Research Round Up time for January. Here are just a few studies I found interesting.
Gastric Banding Surgery May Help Promote Remission of Type 2 Diabetes in Obese Patients
According to the study, "of the 60 patients enrolled, 55 (92%) completed the 2-year follow-up. Remission of type 2 diabetes was achieved by 22 (73%) in the surgical group and 4 (13%) in the conventional-therapy group."
Pretty amazing difference and appears to be related to weight loss. Most likely there are more feedback loops going on than we realize! It used to be thought that fat cells sat on their collective fat asses all day and did nothing, but now we know they are involved in all sorts of regulation.
Caffeine Increases Ambulatory Glucose and Postprandial Responses in Coffee Drinkers With Type 2 Diabetes
This debate has been going on for some time now. There is evidence on both sides and diabetics are different from healthy people and there are probably differences depending if they used coffee or just caffeine. See this link for a roundtable with Dr. John Beradi, Dr. Kalman and Dr. Lonnie Lowery from 2002. Link here
Concentration of Vitamin E Linked to Physical Decline in Older Persons
The study stated, "In a logistic regression analysis that was adjusted for potential confounders, only a low concentration of vitamin E (<1.1> significantly associated with subsequent decline in physical function"
What? It means that it a study of a group of free living people, Vit E concentration was associated (does not mean that it is causative) with less issues as people aged. Score another one for Vit E (although not all studies have been positive). It appears they only looked at one type of Vit E (alpha tocpherol).
Brief, Intensive Therapy for OCD Altered Brain Activity, Improved Symptoms
Yet another study showing how incredible neuroplasticity is in the brain, especailly in this case to a cognitive form of therapy. Neuroplasticity is a fancy term that means the brain can adapt to many changes and quite quickly. It was not long ago that researchers believe the brain would not change much, especially as you age. Newer researcher is showing that this is not true.
Muscle Vibration May Retrain Abnormal Sensorimotor Organization in Focal Hand Dystonia
Score another one for the amazing ability of the body to adapt!
Question and Answer Time
Q: Should there be more attention paid to an individual's unique fuel needs to better help them stay in a healthy weight range/ avoid Syndrome X, etc..?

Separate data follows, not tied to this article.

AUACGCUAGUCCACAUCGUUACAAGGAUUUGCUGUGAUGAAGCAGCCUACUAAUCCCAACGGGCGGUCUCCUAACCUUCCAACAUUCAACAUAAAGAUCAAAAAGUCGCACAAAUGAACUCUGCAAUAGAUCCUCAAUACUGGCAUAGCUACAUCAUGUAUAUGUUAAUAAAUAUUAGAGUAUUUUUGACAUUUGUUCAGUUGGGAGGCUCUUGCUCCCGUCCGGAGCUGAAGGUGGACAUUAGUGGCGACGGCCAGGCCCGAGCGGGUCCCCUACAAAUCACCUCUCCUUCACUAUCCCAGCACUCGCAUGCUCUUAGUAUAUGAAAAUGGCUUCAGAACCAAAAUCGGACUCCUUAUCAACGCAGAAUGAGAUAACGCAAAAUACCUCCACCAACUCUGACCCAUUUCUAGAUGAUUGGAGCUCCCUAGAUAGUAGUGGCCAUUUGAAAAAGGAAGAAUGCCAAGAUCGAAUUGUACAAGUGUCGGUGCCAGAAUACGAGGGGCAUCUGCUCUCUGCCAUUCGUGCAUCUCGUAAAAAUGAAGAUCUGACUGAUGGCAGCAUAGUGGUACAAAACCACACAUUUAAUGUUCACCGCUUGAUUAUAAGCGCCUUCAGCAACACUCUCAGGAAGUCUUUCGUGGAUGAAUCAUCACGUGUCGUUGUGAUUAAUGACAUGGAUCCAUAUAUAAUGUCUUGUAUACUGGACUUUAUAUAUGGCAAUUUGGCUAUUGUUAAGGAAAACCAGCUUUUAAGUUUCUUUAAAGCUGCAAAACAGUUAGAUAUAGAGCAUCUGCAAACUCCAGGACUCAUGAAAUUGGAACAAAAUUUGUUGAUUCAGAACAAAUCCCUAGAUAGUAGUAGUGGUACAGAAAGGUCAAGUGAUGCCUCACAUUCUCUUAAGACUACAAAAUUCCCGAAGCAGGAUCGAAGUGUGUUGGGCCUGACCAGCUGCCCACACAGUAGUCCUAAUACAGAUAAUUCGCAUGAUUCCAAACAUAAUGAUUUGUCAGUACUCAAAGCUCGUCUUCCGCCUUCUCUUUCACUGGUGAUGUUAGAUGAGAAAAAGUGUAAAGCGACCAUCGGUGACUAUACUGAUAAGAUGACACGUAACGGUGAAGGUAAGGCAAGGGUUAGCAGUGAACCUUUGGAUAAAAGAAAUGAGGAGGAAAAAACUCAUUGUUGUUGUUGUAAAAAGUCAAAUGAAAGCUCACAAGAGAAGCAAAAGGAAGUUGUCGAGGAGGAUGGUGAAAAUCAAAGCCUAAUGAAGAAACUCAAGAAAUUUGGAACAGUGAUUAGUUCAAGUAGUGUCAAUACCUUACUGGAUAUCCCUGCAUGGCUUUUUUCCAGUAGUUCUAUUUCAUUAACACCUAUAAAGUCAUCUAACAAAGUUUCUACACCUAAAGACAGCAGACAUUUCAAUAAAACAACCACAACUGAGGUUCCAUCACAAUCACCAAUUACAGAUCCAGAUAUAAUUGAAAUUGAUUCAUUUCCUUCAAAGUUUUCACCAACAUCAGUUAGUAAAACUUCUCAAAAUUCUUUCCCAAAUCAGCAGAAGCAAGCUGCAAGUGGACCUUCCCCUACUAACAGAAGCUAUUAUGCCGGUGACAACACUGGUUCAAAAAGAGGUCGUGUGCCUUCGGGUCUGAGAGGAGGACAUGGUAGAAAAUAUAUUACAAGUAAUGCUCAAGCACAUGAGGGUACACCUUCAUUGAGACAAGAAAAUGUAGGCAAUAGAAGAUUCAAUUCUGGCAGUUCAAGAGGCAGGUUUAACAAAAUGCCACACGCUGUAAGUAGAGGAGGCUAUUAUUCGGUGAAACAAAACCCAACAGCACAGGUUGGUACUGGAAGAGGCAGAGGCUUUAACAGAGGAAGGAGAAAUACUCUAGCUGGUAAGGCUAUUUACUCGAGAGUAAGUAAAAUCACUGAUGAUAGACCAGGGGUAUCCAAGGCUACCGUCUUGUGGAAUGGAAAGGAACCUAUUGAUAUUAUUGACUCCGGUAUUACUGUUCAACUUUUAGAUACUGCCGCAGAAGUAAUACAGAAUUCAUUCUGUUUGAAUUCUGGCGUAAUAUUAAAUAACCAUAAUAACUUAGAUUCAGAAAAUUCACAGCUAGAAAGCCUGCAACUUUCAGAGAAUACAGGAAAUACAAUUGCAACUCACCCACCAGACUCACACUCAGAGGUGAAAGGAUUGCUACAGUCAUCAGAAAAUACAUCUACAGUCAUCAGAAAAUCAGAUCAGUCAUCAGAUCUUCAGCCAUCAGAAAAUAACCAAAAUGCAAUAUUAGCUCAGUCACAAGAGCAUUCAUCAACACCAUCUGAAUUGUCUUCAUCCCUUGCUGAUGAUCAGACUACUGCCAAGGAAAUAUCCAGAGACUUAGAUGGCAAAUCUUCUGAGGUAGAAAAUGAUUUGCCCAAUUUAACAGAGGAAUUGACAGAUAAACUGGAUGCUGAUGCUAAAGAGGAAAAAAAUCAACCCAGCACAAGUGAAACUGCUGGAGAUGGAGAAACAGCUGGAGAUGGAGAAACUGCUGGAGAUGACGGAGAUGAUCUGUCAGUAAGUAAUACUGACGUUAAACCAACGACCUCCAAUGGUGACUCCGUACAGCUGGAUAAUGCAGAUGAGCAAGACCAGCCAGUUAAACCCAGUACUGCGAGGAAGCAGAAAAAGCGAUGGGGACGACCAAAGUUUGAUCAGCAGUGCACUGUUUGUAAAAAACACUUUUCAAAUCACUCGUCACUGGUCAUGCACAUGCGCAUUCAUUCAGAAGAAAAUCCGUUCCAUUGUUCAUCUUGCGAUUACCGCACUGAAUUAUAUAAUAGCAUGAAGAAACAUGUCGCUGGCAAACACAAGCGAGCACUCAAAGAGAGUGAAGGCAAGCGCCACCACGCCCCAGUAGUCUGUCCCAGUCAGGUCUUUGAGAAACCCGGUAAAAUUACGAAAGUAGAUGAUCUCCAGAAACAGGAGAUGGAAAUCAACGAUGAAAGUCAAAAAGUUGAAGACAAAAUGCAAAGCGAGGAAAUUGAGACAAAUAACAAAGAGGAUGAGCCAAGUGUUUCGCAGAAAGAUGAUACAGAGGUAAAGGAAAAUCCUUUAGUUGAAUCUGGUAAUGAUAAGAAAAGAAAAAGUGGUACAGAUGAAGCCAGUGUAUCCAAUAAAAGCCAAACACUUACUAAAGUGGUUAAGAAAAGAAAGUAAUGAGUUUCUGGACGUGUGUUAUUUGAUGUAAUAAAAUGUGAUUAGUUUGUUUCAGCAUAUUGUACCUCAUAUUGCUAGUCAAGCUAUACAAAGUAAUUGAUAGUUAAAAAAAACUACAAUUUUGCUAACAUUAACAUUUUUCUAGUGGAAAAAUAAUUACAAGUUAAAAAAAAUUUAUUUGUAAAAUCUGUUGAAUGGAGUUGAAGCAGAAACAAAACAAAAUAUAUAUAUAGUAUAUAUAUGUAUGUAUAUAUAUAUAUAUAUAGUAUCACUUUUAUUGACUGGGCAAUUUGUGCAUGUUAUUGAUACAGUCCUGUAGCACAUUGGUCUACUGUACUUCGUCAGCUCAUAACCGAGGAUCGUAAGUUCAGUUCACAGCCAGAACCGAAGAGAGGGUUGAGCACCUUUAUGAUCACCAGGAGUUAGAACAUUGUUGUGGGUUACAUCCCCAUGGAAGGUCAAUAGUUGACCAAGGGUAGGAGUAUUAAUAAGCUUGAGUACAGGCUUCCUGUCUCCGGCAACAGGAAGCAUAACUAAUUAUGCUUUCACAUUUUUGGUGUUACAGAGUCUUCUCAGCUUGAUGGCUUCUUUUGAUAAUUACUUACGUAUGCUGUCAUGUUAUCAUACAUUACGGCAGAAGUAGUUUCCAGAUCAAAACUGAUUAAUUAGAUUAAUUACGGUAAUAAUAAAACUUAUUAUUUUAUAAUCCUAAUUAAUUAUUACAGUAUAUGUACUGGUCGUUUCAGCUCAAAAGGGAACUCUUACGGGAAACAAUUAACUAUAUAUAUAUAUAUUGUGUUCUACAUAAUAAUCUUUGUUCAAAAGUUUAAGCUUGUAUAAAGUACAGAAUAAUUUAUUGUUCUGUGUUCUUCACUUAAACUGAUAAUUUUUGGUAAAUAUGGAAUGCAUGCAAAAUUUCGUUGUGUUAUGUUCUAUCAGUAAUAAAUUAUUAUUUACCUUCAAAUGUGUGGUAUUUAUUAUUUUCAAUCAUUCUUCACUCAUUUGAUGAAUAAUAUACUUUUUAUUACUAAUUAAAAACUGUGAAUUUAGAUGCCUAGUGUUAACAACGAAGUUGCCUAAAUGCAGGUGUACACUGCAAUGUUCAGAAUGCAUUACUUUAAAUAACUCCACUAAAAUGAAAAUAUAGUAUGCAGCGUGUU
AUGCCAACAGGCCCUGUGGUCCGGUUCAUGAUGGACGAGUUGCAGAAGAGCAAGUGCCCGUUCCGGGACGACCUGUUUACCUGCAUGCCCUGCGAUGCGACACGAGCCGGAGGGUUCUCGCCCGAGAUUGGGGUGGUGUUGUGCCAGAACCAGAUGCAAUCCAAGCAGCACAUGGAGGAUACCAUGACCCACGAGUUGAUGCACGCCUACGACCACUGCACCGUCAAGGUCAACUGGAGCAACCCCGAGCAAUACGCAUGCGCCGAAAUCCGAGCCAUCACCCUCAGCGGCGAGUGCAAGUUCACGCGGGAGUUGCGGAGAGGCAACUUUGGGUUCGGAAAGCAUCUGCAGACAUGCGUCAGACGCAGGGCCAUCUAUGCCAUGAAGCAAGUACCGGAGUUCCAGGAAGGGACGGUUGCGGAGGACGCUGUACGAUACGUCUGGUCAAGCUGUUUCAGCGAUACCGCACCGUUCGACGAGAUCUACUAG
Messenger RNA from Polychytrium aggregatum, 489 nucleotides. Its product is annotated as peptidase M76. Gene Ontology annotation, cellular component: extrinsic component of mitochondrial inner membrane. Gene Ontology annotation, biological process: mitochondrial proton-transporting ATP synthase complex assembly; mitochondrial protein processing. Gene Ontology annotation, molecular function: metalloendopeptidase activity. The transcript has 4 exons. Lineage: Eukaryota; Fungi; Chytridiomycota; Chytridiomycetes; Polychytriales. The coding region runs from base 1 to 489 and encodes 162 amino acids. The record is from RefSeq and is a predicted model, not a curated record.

Maybe we should should look at appropriate food mixes (fats/proteins/carbs) pertaining to the individual (assuming you get the right amount of exercise). Thoughts?
Your question about fuel needs is a good one. I think in a healthy body, you can use some protein (generally not a lot for energy needs since it is caloric intensive) and either carbs or fats. This can be measured in the lab by looking at the RER (respiratory exchange ratio). For info on RER click hereA RER ratio of 0.7 is 100% fat, 0.85 is 50/50 carbs/fat and 1 is 100% carbs (glycogen, etc).
You are probably familiar with the crossover over theory that as the intensity of the exercise increases, the body shifts more to carb usage. What many forget is that after high intensity work, the REPAYMENT of the disturbance from homeostasis (EPOC, afterburn, etc) is almost all fat metabolism. This is the main reasons that many recommend interval work for fat loss.
Of course everyone is different and your body can change quite well from one fuel to the next over time, shown by athletes on low carb diets even doing quite well still .
I personally like the idea of Metabolic Flexibility since it may be a way to customize fuel source or show that it doesn't make any difference. We know as someone gets closer to a diabetic condition, they have a much harder time using different fuel sources and get closer to "locking into" one--they lose their flexibility. Click here for more info than you ever cared about on it!
Q: What are your thoughts on coconut oil? Should I be using it? Some say it is great and others cry that there is too much saturated fat?
Jeff Volek and friends has shown that in a low carbohydrate environment, the type of fat may have less or even no effect on blood cholesterol.
Coconut oil is a major source of medium chain trigylcerides (MCTs), but I am not sold that they are amazing. If you remember back in the mid 90s, they were touted as an ergogenic aid (increases performance) but tasted like crap and were not all that effective.
Coconut oil is also lacking in high amounts of (essential fatty acids) EFAs. They are essential since your body can NOT make them. Coconut oil is fine to use for cooking since it has a relatively high smoke point, but make sure you get your EFAs first and there is nothing all that magical about it in my opinion (which is open to change at any time-hehhe).
Take away on coconut oil
Get in your EFAs first in fish oil and omega 3s like flax oil.
That is all for now! Any questions, post them in the comments